years ago, the same time, it turns out, that oxygen levels began to plummet. The immediate successors in terrestrial dominance of the dinocephalians, the dicynodonts, were the dominant herbivores of the time from 260 million to 250 million years ago. They in turn were almost eliminated from the planet in the Permian extinction, which will be described in more detail in the next chapter. The dicynodonts were hunted by three groups of carnivores, all therapsids: the gorgonopsians, which died out at the end of the Permian; the slightly more diverse therocephalians; and the cynodonts, which ultimately evolved into mammals during the Triassic. We will return to these groups—and their horrific fate—in more detail in the next chapter.


The rise of atmospheric oxygen to unprecedented values of over 30 percent in the Carboniferous-early Permian was accompanied by the evolution of insects of unprecedented size. The giant dragonflies and others of the late Carboniferous through the early Permian were the largest insects in Earth’s history. Perhaps it is just coincidence but most specialists agree that the high oxygen would have enabled insects to grow larger, since the insect’s respiratory system requires diffusion of oxygen through tubes into the interior of the body and in times of higher oxygen, more of this vital gas could penetrate into ever-larger-bodied insects. So if insects got larger as oxygen raised, what about vertebrates? New data acquired by French anatomist Michel Laurin can be used to test this question. Indeed, it does seem that body size in various late Paleozoic reptilian lineages do track oxygen levels.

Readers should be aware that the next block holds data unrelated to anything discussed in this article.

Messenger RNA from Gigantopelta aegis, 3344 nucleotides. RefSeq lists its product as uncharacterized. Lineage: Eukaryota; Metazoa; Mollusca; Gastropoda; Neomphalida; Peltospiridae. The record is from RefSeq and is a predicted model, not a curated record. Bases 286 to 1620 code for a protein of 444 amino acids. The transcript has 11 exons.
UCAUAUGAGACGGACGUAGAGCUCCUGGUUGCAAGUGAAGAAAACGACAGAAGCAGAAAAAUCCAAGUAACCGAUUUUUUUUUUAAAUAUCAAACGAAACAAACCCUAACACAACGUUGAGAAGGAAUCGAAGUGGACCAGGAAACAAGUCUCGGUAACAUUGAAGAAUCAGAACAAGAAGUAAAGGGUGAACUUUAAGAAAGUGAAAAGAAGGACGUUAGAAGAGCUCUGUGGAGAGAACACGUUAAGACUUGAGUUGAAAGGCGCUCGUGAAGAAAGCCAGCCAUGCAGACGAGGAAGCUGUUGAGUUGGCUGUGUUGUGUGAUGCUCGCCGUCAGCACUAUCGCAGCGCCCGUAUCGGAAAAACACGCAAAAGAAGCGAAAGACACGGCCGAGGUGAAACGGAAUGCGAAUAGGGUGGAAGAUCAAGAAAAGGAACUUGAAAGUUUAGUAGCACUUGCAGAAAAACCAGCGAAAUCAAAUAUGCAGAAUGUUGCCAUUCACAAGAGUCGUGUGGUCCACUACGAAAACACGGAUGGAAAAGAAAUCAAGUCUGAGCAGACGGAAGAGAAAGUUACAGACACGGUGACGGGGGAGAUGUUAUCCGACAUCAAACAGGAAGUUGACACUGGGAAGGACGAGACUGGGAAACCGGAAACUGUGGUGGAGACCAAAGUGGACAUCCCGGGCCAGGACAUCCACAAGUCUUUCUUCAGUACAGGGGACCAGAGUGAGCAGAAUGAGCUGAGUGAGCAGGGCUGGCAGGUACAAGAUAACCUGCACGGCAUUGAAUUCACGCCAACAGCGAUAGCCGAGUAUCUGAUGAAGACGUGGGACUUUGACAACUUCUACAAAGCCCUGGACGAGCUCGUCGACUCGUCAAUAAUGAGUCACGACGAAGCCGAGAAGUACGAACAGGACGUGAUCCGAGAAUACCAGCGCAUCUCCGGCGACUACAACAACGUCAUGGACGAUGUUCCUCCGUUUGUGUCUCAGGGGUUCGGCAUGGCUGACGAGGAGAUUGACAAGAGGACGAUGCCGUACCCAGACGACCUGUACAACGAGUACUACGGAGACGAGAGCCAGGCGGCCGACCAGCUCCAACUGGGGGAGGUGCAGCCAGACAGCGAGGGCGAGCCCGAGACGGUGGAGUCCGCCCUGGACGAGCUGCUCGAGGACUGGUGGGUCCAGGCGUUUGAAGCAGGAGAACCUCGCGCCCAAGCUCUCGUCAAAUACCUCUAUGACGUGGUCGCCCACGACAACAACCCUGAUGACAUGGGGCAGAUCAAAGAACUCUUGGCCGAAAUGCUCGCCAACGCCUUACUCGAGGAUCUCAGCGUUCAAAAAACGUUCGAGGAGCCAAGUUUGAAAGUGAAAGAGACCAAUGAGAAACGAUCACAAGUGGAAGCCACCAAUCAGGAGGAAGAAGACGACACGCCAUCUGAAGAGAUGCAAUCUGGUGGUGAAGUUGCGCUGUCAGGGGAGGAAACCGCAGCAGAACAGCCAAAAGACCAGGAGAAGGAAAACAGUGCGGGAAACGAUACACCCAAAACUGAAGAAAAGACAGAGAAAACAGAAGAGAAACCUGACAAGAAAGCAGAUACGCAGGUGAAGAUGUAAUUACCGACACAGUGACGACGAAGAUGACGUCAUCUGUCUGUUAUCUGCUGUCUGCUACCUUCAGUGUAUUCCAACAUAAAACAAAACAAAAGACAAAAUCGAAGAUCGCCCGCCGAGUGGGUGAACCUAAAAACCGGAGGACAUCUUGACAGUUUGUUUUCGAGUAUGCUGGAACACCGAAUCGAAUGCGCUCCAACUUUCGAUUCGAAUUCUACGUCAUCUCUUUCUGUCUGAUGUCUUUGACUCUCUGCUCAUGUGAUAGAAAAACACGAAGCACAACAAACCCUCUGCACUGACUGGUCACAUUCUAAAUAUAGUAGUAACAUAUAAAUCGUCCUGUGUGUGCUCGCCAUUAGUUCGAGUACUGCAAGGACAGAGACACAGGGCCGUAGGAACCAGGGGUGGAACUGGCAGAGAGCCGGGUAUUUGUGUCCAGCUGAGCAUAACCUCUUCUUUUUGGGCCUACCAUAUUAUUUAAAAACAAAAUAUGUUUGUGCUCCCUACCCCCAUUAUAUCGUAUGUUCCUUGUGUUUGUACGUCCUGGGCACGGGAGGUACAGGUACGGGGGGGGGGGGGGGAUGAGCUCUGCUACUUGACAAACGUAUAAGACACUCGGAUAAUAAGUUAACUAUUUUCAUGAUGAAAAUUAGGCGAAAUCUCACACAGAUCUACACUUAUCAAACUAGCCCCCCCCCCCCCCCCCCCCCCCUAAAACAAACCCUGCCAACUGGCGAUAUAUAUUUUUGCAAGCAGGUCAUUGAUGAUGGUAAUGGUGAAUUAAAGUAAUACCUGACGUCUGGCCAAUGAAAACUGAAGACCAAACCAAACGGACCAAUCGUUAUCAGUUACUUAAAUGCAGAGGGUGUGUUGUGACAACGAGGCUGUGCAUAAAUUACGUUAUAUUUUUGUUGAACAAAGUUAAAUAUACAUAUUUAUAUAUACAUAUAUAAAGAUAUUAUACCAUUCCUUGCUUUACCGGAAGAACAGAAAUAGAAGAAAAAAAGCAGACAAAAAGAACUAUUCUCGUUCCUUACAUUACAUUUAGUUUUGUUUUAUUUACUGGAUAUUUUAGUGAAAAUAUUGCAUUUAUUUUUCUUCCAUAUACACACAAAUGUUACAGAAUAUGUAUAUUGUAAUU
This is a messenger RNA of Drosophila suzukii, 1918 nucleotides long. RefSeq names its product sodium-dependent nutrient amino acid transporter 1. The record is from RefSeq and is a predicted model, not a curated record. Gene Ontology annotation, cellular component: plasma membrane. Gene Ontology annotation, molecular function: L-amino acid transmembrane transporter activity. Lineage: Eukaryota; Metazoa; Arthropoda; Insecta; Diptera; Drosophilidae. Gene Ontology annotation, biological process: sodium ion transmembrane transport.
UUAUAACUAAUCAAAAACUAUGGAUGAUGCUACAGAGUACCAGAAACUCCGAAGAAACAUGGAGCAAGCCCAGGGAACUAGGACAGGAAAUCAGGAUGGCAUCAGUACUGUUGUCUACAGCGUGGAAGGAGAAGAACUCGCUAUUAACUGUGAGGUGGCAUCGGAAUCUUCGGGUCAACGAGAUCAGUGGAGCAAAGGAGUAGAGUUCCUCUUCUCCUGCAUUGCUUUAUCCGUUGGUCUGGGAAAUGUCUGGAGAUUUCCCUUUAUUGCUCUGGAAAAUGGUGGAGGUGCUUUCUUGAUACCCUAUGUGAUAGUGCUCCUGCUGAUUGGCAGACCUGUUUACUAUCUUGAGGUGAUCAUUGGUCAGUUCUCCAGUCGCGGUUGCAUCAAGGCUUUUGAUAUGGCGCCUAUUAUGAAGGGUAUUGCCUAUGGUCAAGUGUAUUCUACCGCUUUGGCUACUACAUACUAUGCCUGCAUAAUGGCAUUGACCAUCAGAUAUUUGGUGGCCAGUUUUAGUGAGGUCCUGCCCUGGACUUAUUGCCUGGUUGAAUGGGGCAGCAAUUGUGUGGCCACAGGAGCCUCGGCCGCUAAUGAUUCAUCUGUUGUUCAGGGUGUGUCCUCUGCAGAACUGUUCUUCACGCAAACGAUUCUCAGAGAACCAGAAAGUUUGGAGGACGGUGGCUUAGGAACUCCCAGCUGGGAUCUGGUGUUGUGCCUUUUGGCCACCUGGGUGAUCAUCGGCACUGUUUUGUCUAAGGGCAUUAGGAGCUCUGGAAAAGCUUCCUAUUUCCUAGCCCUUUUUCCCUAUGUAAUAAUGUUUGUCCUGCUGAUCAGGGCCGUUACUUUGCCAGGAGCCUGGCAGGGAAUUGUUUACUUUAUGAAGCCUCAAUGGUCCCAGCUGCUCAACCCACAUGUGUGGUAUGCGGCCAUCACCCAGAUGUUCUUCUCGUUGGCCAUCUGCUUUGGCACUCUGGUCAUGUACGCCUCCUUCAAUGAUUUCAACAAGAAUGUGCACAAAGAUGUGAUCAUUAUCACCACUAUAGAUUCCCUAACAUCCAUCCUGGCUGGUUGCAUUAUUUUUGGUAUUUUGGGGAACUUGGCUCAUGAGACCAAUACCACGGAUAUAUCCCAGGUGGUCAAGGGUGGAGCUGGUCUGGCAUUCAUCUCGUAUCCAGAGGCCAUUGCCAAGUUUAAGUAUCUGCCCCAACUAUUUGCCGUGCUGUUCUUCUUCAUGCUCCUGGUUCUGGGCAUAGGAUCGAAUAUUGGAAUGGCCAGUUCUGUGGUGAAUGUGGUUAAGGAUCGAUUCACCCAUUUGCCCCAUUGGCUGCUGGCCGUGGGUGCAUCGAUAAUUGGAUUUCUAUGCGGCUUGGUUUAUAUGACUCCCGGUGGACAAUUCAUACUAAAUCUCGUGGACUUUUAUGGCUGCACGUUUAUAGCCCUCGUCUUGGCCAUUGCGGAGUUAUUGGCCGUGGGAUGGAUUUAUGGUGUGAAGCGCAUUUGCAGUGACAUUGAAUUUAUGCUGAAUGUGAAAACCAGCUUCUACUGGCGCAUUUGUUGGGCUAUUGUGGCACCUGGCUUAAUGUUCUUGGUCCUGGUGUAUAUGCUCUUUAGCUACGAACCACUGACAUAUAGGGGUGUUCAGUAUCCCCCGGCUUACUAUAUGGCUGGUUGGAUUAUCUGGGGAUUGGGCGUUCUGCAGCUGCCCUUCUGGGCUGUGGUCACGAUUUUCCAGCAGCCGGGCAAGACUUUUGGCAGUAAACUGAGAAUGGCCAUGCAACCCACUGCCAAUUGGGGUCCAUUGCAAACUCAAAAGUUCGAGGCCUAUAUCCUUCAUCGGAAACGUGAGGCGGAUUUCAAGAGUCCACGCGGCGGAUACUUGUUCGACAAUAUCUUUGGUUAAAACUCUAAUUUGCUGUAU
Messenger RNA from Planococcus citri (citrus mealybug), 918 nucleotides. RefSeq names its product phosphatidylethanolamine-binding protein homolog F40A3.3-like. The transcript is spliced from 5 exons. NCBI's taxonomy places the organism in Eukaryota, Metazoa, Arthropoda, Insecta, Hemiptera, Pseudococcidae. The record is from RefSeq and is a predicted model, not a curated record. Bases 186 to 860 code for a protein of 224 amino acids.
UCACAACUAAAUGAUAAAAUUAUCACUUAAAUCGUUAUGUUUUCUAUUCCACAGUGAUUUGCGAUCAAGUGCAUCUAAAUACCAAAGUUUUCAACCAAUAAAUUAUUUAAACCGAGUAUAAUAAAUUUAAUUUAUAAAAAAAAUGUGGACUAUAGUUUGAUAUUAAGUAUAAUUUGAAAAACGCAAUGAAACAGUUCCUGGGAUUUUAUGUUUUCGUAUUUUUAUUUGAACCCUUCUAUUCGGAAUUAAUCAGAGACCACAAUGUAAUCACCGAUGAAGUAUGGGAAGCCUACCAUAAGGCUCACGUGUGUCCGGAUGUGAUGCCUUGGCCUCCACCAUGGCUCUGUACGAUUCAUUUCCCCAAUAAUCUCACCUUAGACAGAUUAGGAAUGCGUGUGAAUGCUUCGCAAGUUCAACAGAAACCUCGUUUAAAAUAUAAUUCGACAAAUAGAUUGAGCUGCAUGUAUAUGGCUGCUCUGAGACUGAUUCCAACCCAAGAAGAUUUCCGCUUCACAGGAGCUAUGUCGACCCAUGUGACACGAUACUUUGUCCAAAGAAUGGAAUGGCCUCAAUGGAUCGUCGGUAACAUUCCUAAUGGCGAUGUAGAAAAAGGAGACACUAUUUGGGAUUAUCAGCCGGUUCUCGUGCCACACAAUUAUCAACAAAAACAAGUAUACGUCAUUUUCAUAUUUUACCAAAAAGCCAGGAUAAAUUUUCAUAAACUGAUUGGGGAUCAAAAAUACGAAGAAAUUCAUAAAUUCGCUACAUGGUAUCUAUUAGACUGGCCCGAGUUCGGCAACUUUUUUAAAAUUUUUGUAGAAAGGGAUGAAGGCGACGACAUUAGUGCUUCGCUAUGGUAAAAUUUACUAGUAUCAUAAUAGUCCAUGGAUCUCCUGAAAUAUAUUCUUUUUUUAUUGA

Laurin’s published data were compared to the oxygen levels given in the Berner curves (like so much discovered while writing this book, this information is simultaneously being published in the scientific literature). Laurin looked at a sample of animals from the anapsids and synapsids. He used a measure of body length and a measure of skull size to evaluate animal size, for specific time horizons between the late Mississippian and the end of the Permian, from about 320 million years ago until about 250 million years ago. Then I did a simple regression analysis of mean size and oxygen levels. Indeed, mean skull size closely

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